Complications – Growth Disturbances
– growth arrest is particularly common in the distal femur – related to forces required to break it, and the morphology of the growth plate – with its undulating morphology, the damage is not uniform across the physeal cartilage. 83% of kids under 11 with a distal femoral physeal injury have a growth disturbance.
– the distal femur is the most common location of growth arrest, followed by distal tibia, proximal tibia, radius, humerus.
Bright classification of physeal arrest: I – peripheral, II – central, III – combined
– the peripheral arrests tend to cause angular deformity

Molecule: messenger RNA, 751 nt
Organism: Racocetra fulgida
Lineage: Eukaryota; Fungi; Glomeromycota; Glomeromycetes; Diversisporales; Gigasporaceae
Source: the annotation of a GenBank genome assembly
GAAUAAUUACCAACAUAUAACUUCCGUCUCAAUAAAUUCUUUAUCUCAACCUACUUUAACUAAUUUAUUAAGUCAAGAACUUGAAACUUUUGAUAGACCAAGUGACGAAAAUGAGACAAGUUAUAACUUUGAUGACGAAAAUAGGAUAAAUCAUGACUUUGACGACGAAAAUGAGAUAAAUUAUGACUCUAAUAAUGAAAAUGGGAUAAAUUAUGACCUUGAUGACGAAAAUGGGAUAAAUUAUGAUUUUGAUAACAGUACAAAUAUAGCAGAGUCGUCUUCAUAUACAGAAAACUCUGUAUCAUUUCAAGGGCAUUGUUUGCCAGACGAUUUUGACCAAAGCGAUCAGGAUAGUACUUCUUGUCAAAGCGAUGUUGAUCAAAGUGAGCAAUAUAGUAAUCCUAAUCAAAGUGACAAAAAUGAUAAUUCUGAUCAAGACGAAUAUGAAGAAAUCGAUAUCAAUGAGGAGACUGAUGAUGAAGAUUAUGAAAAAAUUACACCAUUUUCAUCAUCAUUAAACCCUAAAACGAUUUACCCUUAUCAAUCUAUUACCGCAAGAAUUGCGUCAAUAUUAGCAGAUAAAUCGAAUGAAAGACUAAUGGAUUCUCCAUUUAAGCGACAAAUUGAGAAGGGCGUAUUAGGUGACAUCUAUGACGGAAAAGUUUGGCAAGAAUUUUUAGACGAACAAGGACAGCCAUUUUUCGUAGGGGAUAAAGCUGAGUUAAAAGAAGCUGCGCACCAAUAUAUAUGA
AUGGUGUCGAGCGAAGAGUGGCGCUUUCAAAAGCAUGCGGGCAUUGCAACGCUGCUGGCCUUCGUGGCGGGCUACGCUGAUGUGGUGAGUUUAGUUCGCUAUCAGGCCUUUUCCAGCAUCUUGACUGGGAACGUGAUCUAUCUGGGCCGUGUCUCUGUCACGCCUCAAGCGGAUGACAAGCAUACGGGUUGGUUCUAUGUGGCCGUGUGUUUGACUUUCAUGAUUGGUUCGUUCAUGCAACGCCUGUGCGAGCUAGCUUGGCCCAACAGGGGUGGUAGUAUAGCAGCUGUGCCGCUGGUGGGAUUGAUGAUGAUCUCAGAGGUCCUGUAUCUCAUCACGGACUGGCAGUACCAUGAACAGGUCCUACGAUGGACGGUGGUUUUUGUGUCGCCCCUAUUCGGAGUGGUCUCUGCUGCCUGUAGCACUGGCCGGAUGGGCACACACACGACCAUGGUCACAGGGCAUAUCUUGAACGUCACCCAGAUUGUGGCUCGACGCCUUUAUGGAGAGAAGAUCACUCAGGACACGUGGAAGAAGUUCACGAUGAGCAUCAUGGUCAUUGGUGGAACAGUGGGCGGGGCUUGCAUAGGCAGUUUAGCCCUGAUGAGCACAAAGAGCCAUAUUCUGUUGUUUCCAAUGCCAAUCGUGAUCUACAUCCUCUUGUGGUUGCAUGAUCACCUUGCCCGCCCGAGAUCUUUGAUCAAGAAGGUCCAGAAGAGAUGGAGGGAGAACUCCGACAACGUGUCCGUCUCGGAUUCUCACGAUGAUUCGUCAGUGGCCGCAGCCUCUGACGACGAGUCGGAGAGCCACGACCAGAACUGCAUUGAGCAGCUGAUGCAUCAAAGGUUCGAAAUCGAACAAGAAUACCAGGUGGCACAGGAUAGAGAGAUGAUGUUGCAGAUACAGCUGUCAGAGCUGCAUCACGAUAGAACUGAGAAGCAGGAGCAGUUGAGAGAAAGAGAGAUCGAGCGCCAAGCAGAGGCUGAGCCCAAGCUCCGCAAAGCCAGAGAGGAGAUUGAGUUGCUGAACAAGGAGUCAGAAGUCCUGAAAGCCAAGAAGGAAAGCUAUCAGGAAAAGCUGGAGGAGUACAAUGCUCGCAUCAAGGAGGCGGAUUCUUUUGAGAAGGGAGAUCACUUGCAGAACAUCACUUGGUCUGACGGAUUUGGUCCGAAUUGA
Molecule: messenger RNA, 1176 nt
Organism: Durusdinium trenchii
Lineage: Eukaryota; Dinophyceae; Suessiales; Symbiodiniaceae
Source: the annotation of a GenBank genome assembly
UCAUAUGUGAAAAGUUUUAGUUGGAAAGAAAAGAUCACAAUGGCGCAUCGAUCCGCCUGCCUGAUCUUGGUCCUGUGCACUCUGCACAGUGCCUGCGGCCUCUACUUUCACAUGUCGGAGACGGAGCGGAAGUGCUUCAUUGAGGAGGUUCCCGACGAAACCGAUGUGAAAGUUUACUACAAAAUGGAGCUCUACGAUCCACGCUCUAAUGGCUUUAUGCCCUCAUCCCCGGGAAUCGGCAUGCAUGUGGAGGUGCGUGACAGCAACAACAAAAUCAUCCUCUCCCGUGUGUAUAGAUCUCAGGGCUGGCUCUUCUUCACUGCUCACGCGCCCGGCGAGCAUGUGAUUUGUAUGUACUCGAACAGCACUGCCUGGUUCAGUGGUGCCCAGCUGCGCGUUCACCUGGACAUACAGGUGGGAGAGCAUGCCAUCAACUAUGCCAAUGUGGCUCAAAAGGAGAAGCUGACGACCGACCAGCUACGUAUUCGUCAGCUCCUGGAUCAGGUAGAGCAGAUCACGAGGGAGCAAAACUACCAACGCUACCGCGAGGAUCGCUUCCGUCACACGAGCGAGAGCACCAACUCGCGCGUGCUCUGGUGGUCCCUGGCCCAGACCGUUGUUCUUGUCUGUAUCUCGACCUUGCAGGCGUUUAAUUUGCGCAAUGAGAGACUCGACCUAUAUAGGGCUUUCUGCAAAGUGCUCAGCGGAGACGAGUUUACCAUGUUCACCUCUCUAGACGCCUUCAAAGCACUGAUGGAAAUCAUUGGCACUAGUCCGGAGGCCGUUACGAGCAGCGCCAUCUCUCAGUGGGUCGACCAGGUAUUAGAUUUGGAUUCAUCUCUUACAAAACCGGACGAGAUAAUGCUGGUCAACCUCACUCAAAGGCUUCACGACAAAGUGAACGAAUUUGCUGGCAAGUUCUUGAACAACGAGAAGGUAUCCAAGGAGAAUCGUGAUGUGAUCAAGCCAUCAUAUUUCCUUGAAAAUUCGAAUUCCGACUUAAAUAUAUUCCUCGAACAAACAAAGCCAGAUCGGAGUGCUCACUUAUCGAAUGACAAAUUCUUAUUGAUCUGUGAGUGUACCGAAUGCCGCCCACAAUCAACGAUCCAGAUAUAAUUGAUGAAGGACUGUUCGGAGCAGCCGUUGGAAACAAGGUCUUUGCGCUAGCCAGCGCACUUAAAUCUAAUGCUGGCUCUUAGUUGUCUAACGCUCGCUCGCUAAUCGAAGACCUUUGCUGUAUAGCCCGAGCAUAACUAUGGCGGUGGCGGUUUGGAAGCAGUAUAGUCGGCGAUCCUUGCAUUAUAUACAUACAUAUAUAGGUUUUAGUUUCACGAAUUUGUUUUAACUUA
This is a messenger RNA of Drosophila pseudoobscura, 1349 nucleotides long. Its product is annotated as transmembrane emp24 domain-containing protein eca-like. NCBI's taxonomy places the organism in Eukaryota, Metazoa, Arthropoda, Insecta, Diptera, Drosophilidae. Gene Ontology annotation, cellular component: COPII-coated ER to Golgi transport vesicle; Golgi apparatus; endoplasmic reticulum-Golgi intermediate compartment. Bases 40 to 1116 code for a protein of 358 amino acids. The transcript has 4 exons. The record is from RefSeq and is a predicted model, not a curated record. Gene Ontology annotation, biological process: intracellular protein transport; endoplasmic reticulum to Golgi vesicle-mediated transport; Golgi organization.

– the central arrest tend to slow growth and show a tenting of the epiphyseal plate with cupping of the epiphysis by the metaphysis. Central arrest is more common with vascular injury, infection, or thermal injury. Peripheral arrest is more likely with fracture.
Certain injuries are typical: Salter III medial malleolus, Salter IV distal tibia, or any distal femur fracture
– important factors to consider: size of epiphyseal plate, rate of growth, growth remaining, and size of bar
– if bar is less than 50% of the growth plate, and there is two or more years of growth remaining, then resect.
– if not resectable, consider shutting down the rest of the physis
– always take into account what the anticipated growth will be if you leave the bar – both in terms of length and angulation. Then consider what will be the anticipated consequences of resecting it, or closing the physis.
– be prepared to follow for angular deformity which does not correct and requires osteotomy